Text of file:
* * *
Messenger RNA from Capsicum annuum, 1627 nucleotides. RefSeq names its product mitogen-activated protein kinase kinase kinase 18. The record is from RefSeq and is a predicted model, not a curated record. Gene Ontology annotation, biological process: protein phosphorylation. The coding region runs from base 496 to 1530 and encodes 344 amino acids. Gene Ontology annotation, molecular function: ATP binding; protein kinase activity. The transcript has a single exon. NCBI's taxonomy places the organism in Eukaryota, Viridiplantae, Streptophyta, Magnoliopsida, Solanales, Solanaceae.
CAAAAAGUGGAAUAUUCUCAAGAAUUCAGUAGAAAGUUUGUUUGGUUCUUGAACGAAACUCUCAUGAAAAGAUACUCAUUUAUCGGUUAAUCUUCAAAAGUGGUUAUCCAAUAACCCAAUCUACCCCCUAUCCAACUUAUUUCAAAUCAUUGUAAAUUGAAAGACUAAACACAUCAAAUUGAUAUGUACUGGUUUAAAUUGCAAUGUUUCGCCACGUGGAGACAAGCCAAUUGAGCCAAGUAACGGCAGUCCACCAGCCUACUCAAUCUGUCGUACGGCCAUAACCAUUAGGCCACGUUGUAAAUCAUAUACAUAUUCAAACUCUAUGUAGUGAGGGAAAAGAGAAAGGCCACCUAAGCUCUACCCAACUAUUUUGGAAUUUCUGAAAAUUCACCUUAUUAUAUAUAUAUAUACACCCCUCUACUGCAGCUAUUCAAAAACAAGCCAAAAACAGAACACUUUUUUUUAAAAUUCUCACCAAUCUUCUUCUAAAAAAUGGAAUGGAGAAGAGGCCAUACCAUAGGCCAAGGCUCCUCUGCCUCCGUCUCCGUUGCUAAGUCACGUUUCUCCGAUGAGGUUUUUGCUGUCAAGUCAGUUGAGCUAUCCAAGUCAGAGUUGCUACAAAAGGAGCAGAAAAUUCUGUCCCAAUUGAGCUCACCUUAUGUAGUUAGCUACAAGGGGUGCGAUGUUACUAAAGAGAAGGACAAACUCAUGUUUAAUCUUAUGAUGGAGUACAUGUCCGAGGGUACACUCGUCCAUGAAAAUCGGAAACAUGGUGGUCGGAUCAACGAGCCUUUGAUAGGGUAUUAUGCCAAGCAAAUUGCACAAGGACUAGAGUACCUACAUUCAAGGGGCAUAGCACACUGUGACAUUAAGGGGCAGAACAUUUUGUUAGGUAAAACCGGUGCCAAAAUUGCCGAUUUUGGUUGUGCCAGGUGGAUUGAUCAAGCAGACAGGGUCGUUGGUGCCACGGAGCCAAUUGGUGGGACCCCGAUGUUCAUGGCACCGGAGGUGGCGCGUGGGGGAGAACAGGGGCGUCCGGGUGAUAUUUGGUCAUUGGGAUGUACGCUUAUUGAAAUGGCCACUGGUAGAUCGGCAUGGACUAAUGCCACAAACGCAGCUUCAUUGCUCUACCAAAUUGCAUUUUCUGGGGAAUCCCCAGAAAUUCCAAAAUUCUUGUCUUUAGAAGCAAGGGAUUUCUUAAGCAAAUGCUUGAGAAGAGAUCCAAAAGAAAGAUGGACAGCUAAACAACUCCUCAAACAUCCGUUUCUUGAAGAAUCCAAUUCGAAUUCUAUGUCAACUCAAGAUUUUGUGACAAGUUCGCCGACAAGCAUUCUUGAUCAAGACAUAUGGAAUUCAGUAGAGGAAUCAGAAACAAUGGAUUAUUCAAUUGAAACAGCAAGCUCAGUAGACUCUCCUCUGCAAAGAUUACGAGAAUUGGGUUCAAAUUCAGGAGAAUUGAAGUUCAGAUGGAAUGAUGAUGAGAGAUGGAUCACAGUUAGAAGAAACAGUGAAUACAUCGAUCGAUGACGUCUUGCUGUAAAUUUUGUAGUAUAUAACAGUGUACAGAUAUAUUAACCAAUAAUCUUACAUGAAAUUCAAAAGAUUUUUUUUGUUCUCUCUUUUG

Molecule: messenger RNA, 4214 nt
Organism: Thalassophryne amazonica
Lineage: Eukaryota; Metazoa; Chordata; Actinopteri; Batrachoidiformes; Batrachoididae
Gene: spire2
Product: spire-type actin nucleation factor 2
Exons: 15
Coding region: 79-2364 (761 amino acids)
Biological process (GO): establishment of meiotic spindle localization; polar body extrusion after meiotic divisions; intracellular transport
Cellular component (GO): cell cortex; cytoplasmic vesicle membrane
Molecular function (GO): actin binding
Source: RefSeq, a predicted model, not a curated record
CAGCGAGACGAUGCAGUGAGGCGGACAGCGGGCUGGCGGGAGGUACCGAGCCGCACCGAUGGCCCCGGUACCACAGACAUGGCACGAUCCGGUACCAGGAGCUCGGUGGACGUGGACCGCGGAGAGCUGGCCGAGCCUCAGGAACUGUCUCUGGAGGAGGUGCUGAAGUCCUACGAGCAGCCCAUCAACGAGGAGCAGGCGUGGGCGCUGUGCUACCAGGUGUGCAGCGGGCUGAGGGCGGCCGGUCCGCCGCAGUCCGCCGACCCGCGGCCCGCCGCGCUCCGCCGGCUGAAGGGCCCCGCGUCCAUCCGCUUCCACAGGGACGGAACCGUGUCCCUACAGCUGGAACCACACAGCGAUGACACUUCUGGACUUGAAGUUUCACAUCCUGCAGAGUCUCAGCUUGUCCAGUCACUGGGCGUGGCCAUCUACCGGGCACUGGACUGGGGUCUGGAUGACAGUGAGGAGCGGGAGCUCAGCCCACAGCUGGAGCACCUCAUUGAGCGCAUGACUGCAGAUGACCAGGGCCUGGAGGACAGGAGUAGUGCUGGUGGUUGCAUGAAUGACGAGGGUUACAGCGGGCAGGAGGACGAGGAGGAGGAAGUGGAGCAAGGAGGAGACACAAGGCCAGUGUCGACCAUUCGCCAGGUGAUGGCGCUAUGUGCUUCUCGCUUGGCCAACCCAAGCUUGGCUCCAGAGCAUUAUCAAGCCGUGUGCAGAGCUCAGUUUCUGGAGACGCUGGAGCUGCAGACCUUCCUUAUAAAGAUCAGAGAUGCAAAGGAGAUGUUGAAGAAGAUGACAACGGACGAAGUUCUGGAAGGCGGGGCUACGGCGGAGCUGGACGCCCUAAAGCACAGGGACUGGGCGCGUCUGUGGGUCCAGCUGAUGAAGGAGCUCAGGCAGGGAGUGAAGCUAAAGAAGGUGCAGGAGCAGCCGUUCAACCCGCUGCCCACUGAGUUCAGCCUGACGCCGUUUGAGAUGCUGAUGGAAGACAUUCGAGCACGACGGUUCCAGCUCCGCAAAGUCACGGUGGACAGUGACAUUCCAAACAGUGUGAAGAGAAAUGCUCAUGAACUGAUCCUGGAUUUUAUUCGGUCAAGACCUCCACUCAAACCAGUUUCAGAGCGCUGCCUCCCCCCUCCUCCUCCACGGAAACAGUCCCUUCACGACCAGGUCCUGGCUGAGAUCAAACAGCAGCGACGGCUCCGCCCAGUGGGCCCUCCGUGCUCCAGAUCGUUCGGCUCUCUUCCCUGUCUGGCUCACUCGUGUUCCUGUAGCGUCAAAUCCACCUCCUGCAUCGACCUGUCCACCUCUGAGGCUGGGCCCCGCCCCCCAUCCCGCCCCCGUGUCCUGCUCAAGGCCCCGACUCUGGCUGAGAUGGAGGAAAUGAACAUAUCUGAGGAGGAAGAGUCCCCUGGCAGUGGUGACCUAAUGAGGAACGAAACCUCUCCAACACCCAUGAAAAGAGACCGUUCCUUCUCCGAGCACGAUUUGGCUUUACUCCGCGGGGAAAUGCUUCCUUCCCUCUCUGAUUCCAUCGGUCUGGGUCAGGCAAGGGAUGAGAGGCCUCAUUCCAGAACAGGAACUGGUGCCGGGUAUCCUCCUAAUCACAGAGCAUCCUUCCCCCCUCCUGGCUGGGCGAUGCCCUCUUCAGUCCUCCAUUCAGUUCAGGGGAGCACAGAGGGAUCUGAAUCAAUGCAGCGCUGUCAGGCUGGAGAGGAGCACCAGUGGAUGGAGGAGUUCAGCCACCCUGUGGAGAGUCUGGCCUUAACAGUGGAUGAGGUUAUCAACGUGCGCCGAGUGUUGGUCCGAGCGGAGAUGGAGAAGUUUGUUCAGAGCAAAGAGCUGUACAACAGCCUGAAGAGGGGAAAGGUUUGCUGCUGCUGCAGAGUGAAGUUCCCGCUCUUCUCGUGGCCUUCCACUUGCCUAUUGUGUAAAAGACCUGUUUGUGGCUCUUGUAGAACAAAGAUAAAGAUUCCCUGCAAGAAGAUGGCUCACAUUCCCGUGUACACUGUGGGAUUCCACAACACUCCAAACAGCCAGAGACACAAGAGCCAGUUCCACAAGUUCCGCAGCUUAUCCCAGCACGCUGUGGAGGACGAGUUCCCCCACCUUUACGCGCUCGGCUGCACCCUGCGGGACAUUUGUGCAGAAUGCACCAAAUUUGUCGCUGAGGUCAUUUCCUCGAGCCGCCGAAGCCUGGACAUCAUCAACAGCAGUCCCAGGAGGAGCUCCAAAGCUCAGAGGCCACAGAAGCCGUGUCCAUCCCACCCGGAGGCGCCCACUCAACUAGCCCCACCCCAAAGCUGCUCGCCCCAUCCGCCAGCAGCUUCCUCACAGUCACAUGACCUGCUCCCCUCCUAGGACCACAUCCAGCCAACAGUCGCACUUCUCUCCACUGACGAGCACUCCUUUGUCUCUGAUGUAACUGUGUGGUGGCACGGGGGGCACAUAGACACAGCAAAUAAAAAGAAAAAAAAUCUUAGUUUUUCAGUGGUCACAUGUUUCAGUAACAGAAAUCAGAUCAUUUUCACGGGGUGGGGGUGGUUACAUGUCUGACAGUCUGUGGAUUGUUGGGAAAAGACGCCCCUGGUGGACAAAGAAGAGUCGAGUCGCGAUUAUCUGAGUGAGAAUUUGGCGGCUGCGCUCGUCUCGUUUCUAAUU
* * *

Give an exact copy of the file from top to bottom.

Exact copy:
Messenger RNA from Capsicum annuum, 1627 nucleotides. RefSeq names its product mitogen-activated protein kinase kinase kinase 18. The record is from RefSeq and is a predicted model, not a curated record. Gene Ontology annotation, biological process: protein phosphorylation. The coding region runs from base 496 to 1530 and encodes 344 amino acids. Gene Ontology annotation, molecular function: ATP binding; protein kinase activity. The transcript has a single exon. NCBI's taxonomy places the organism in Eukaryota, Viridiplantae, Streptophyta, Magnoliopsida, Solanales, Solanaceae.
CAAAAAGUGGAAUAUUCUCAAGAAUUCAGUAGAAAGUUUGUUUGGUUCUUGAACGAAACUCUCAUGAAAAGAUACUCAUUUAUCGGUUAAUCUUCAAAAGUGGUUAUCCAAUAACCCAAUCUACCCCCUAUCCAACUUAUUUCAAAUCAUUGUAAAUUGAAAGACUAAACACAUCAAAUUGAUAUGUACUGGUUUAAAUUGCAAUGUUUCGCCACGUGGAGACAAGCCAAUUGAGCCAAGUAACGGCAGUCCACCAGCCUACUCAAUCUGUCGUACGGCCAUAACCAUUAGGCCACGUUGUAAAUCAUAUACAUAUUCAAACUCUAUGUAGUGAGGGAAAAGAGAAAGGCCACCUAAGCUCUACCCAACUAUUUUGGAAUUUCUGAAAAUUCACCUUAUUAUAUAUAUAUAUACACCCCUCUACUGCAGCUAUUCAAAAACAAGCCAAAAACAGAACACUUUUUUUUAAAAUUCUCACCAAUCUUCUUCUAAAAAAUGGAAUGGAGAAGAGGCCAUACCAUAGGCCAAGGCUCCUCUGCCUCCGUCUCCGUUGCUAAGUCACGUUUCUCCGAUGAGGUUUUUGCUGUCAAGUCAGUUGAGCUAUCCAAGUCAGAGUUGCUACAAAAGGAGCAGAAAAUUCUGUCCCAAUUGAGCUCACCUUAUGUAGUUAGCUACAAGGGGUGCGAUGUUACUAAAGAGAAGGACAAACUCAUGUUUAAUCUUAUGAUGGAGUACAUGUCCGAGGGUACACUCGUCCAUGAAAAUCGGAAACAUGGUGGUCGGAUCAACGAGCCUUUGAUAGGGUAUUAUGCCAAGCAAAUUGCACAAGGACUAGAGUACCUACAUUCAAGGGGCAUAGCACACUGUGACAUUAAGGGGCAGAACAUUUUGUUAGGUAAAACCGGUGCCAAAAUUGCCGAUUUUGGUUGUGCCAGGUGGAUUGAUCAAGCAGACAGGGUCGUUGGUGCCACGGAGCCAAUUGGUGGGACCCCGAUGUUCAUGGCACCGGAGGUGGCGCGUGGGGGAGAACAGGGGCGUCCGGGUGAUAUUUGGUCAUUGGGAUGUACGCUUAUUGAAAUGGCCACUGGUAGAUCGGCAUGGACUAAUGCCACAAACGCAGCUUCAUUGCUCUACCAAAUUGCAUUUUCUGGGGAAUCCCCAGAAAUUCCAAAAUUCUUGUCUUUAGAAGCAAGGGAUUUCUUAAGCAAAUGCUUGAGAAGAGAUCCAAAAGAAAGAUGGACAGCUAAACAACUCCUCAAACAUCCGUUUCUUGAAGAAUCCAAUUCGAAUUCUAUGUCAACUCAAGAUUUUGUGACAAGUUCGCCGACAAGCAUUCUUGAUCAAGACAUAUGGAAUUCAGUAGAGGAAUCAGAAACAAUGGAUUAUUCAAUUGAAACAGCAAGCUCAGUAGACUCUCCUCUGCAAAGAUUACGAGAAUUGGGUUCAAAUUCAGGAGAAUUGAAGUUCAGAUGGAAUGAUGAUGAGAGAUGGAUCACAGUUAGAAGAAACAGUGAAUACAUCGAUCGAUGACGUCUUGCUGUAAAUUUUGUAGUAUAUAACAGUGUACAGAUAUAUUAACCAAUAAUCUUACAUGAAAUUCAAAAGAUUUUUUUUGUUCUCUCUUUUG

Molecule: messenger RNA, 4214 nt
Organism: Thalassophryne amazonica
Lineage: Eukaryota; Metazoa; Chordata; Actinopteri; Batrachoidiformes; Batrachoididae
Gene: spire2
Product: spire-type actin nucleation factor 2
Exons: 15
Coding region: 79-2364 (761 amino acids)
Biological process (GO): establishment of meiotic spindle localization; polar body extrusion after meiotic divisions; intracellular transport
Cellular component (GO): cell cortex; cytoplasmic vesicle membrane
Molecular function (GO): actin binding
Source: RefSeq, a predicted model, not a curated record
CAGCGAGACGAUGCAGUGAGGCGGACAGCGGGCUGGCGGGAGGUACCGAGCCGCACCGAUGGCCCCGGUACCACAGACAUGGCACGAUCCGGUACCAGGAGCUCGGUGGACGUGGACCGCGGAGAGCUGGCCGAGCCUCAGGAACUGUCUCUGGAGGAGGUGCUGAAGUCCUACGAGCAGCCCAUCAACGAGGAGCAGGCGUGGGCGCUGUGCUACCAGGUGUGCAGCGGGCUGAGGGCGGCCGGUCCGCCGCAGUCCGCCGACCCGCGGCCCGCCGCGCUCCGCCGGCUGAAGGGCCCCGCGUCCAUCCGCUUCCACAGGGACGGAACCGUGUCCCUACAGCUGGAACCACACAGCGAUGACACUUCUGGACUUGAAGUUUCACAUCCUGCAGAGUCUCAGCUUGUCCAGUCACUGGGCGUGGCCAUCUACCGGGCACUGGACUGGGGUCUGGAUGACAGUGAGGAGCGGGAGCUCAGCCCACAGCUGGAGCACCUCAUUGAGCGCAUGACUGCAGAUGACCAGGGCCUGGAGGACAGGAGUAGUGCUGGUGGUUGCAUGAAUGACGAGGGUUACAGCGGGCAGGAGGACGAGGAGGAGGAAGUGGAGCAAGGAGGAGACACAAGGCCAGUGUCGACCAUUCGCCAGGUGAUGGCGCUAUGUGCUUCUCGCUUGGCCAACCCAAGCUUGGCUCCAGAGCAUUAUCAAGCCGUGUGCAGAGCUCAGUUUCUGGAGACGCUGGAGCUGCAGACCUUCCUUAUAAAGAUCAGAGAUGCAAAGGAGAUGUUGAAGAAGAUGACAACGGACGAAGUUCUGGAAGGCGGGGCUACGGCGGAGCUGGACGCCCUAAAGCACAGGGACUGGGCGCGUCUGUGGGUCCAGCUGAUGAAGGAGCUCAGGCAGGGAGUGAAGCUAAAGAAGGUGCAGGAGCAGCCGUUCAACCCGCUGCCCACUGAGUUCAGCCUGACGCCGUUUGAGAUGCUGAUGGAAGACAUUCGAGCACGACGGUUCCAGCUCCGCAAAGUCACGGUGGACAGUGACAUUCCAAACAGUGUGAAGAGAAAUGCUCAUGAACUGAUCCUGGAUUUUAUUCGGUCAAGACCUCCACUCAAACCAGUUUCAGAGCGCUGCCUCCCCCCUCCUCCUCCACGGAAACAGUCCCUUCACGACCAGGUCCUGGCUGAGAUCAAACAGCAGCGACGGCUCCGCCCAGUGGGCCCUCCGUGCUCCAGAUCGUUCGGCUCUCUUCCCUGUCUGGCUCACUCGUGUUCCUGUAGCGUCAAAUCCACCUCCUGCAUCGACCUGUCCACCUCUGAGGCUGGGCCCCGCCCCCCAUCCCGCCCCCGUGUCCUGCUCAAGGCCCCGACUCUGGCUGAGAUGGAGGAAAUGAACAUAUCUGAGGAGGAAGAGUCCCCUGGCAGUGGUGACCUAAUGAGGAACGAAACCUCUCCAACACCCAUGAAAAGAGACCGUUCCUUCUCCGAGCACGAUUUGGCUUUACUCCGCGGGGAAAUGCUUCCUUCCCUCUCUGAUUCCAUCGGUCUGGGUCAGGCAAGGGAUGAGAGGCCUCAUUCCAGAACAGGAACUGGUGCCGGGUAUCCUCCUAAUCACAGAGCAUCCUUCCCCCCUCCUGGCUGGGCGAUGCCCUCUUCAGUCCUCCAUUCAGUUCAGGGGAGCACAGAGGGAUCUGAAUCAAUGCAGCGCUGUCAGGCUGGAGAGGAGCACCAGUGGAUGGAGGAGUUCAGCCACCCUGUGGAGAGUCUGGCCUUAACAGUGGAUGAGGUUAUCAACGUGCGCCGAGUGUUGGUCCGAGCGGAGAUGGAGAAGUUUGUUCAGAGCAAAGAGCUGUACAACAGCCUGAAGAGGGGAAAGGUUUGCUGCUGCUGCAGAGUGAAGUUCCCGCUCUUCUCGUGGCCUUCCACUUGCCUAUUGUGUAAAAGACCUGUUUGUGGCUCUUGUAGAACAAAGAUAAAGAUUCCCUGCAAGAAGAUGGCUCACAUUCCCGUGUACACUGUGGGAUUCCACAACACUCCAAACAGCCAGAGACACAAGAGCCAGUUCCACAAGUUCCGCAGCUUAUCCCAGCACGCUGUGGAGGACGAGUUCCCCCACCUUUACGCGCUCGGCUGCACCCUGCGGGACAUUUGUGCAGAAUGCACCAAAUUUGUCGCUGAGGUCAUUUCCUCGAGCCGCCGAAGCCUGGACAUCAUCAACAGCAGUCCCAGGAGGAGCUCCAAAGCUCAGAGGCCACAGAAGCCGUGUCCAUCCCACCCGGAGGCGCCCACUCAACUAGCCCCACCCCAAAGCUGCUCGCCCCAUCCGCCAGCAGCUUCCUCACAGUCACAUGACCUGCUCCCCUCCUAGGACCACAUCCAGCCAACAGUCGCACUUCUCUCCACUGACGAGCACUCCUUUGUCUCUGAUGUAACUGUGUGGUGGCACGGGGGGCACAUAGACACAGCAAAUAAAAAGAAAAAAAAUCUUAGUUUUUCAGUGGUCACAUGUUUCAGUAACAGAAAUCAGAUCAUUUUCACGGGGUGGGGGUGGUUACAUGUCUGACAGUCUGUGGAUUGUUGGGAAAAGACGCCCCUGGUGGACAAAGAAGAGUCGAGUCGCGAUUAUCUGAGUGAGAAUUUGGCGGCUGCGCUCGUCUCGUUUCUAAUU